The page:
The inclusion of the phrase as a last resort in the resolution is a very interesting choice. Basically, I think that it exists there to serve two purposes. The one known purpose is to prevent the Negative from offering an alternative. The Affirmative only needs to defend the use of force if all other alternatives have failed or are likely to fail. For example, if the Negative argues that multilateral force is a better alternative that is not relevant because the Affirmative is only arguing or unilateral action as a last resort – when the other hypothetical alternatives are known to have failed. The second potential purpose is to access literature related to the debate about “defensive last resort.” This literature is not precisely on point, but it refers to the idea that the US would only use nuclear weapons as a last resort – that it would exhaust all other options. This literature is specific to using nuclear weapons to attack countries who could potentially develop nuclear weapons, and in many instances the Affirmative will be arguing for a conventional attack, but it is a place where you can access discussions of what a “last resort” is.
Thinking about applying the concept of “last resort” to nuclear weapons proliferation is a bit interesting because the literature about using nuclear weapons as a last resort is really about using nuclear weapons under conditions in which the US was about to be attacked. While it is certainly possible for a country that develops nuclear weapons to attack the US, the resolution simply asks if their use can be justified to stop them from developing the weapons, not to stop them from using them against the US. A likely/imminent threat is easier to defend the use of force against than a potential threat.
I think that the fact that nuclear proliferation itself is not inherently an imminent threat tips the balance of the resolution a bit in favor of the Negative because I think it is a bit hard to defend attacking a country solely because they have developed or are about to develop the weapons. The US did this in the case of Iraq, but it was widely condemned, and even now many of the advocates at the time question the quality of the decision. (And even in the instance of Iraq there was a discussion of the hypothetical threat of the weapons to the US. Some argued that Iraq would give the nuclear weapons to terrorists).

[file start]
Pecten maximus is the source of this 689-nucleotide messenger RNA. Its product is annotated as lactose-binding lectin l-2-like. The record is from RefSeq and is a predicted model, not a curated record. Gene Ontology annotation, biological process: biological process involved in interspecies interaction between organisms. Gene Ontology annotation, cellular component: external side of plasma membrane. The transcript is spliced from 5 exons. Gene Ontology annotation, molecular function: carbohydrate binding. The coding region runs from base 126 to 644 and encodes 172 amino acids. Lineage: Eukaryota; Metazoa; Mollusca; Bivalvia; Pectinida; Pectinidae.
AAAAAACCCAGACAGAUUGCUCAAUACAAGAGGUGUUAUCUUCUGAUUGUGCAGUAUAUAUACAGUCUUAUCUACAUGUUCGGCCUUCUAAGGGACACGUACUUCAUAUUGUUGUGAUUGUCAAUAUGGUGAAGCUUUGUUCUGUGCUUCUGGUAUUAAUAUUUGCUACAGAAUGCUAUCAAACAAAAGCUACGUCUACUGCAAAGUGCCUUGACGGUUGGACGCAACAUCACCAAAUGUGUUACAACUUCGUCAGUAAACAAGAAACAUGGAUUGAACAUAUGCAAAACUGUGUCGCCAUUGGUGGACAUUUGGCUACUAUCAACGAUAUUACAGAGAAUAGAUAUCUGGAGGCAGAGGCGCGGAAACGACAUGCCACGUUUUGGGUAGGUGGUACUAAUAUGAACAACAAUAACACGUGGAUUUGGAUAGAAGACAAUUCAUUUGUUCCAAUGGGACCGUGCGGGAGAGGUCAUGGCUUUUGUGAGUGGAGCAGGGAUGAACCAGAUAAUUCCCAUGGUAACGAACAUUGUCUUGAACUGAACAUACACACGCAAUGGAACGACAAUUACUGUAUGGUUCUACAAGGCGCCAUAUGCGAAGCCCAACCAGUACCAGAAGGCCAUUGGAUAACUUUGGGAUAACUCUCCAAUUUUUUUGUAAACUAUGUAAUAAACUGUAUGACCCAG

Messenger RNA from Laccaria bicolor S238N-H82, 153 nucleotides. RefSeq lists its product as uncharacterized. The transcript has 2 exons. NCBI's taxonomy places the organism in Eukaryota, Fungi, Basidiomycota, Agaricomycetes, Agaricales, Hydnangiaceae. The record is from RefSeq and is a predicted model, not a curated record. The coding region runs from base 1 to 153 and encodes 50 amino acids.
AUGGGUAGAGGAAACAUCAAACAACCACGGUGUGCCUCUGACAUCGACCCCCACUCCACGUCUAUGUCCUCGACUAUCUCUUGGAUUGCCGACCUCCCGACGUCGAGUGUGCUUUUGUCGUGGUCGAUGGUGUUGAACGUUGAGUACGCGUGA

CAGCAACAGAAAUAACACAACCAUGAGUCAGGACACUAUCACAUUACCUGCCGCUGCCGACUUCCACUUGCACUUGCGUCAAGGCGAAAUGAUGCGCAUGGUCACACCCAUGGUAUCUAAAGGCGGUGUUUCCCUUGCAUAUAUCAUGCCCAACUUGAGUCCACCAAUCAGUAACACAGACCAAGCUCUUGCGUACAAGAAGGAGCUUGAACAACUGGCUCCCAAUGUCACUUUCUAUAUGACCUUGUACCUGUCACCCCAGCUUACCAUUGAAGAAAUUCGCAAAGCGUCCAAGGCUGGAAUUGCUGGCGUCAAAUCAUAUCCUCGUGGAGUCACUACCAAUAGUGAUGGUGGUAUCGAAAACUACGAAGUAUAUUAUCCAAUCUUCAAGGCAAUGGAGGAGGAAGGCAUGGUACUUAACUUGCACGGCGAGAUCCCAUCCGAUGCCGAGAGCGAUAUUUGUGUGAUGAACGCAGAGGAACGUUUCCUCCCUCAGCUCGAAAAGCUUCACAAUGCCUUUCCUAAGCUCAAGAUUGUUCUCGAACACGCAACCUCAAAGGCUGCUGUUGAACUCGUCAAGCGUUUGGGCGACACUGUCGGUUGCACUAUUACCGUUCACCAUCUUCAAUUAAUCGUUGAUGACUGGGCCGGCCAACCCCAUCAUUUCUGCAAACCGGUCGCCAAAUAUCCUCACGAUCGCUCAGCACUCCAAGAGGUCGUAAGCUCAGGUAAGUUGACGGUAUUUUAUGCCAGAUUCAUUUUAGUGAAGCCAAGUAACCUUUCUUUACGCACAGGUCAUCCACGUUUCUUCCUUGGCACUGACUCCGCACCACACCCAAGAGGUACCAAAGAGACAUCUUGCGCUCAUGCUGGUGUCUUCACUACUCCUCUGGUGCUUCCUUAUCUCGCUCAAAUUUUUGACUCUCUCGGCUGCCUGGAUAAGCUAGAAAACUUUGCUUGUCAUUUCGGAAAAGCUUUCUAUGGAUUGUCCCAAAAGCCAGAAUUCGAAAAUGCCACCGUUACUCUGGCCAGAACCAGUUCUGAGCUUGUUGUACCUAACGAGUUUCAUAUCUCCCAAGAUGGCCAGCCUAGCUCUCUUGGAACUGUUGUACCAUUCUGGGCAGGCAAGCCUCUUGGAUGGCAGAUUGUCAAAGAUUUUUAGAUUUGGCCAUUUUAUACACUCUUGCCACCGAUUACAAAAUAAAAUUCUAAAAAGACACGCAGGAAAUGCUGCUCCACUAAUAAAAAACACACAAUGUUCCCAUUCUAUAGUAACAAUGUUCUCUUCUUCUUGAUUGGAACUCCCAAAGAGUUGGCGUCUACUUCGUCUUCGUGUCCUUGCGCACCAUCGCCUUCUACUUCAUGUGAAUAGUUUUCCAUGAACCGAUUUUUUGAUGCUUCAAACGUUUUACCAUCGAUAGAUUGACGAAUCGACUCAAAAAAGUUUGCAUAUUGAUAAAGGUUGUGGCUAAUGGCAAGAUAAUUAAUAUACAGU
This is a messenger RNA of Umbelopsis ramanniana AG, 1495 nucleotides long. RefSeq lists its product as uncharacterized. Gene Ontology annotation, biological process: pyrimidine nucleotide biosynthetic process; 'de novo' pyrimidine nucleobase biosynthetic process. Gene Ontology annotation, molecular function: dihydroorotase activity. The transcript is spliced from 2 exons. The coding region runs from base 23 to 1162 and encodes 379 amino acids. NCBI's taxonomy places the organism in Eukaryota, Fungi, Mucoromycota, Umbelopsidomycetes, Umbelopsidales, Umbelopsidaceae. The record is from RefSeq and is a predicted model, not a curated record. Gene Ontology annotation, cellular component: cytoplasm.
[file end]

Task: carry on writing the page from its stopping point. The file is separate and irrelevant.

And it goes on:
That said, it is not hopeless for the Affirmative. The term in the resolution that favors a defense of the resolution is justified. Justified simply means to have a “good” or “legitimate” reason. So it seems that if the Affirmative can come up with one reason that the an attack is needed then they can justify it. Given that the Affirmative is arguing for a military attack on another country, they need to emphasize that it would be as a last resort and that and only that it is possible to justify it, not that they are arguing that the US should simply start attacking other countries to reduce nuclear weapons proliferation.
I think that there are three literature bases and sets of arguments that are useful to explore when debating this topic.
First, as already mentioned, there is the a debate about under what conditions the US should use nuclear weapons as a “last resort.” As noted, this literature isn’t directly applicable to this debate because it talks about attacking countries using nuclear weapons, but it may be useful for definitions of “last resort.”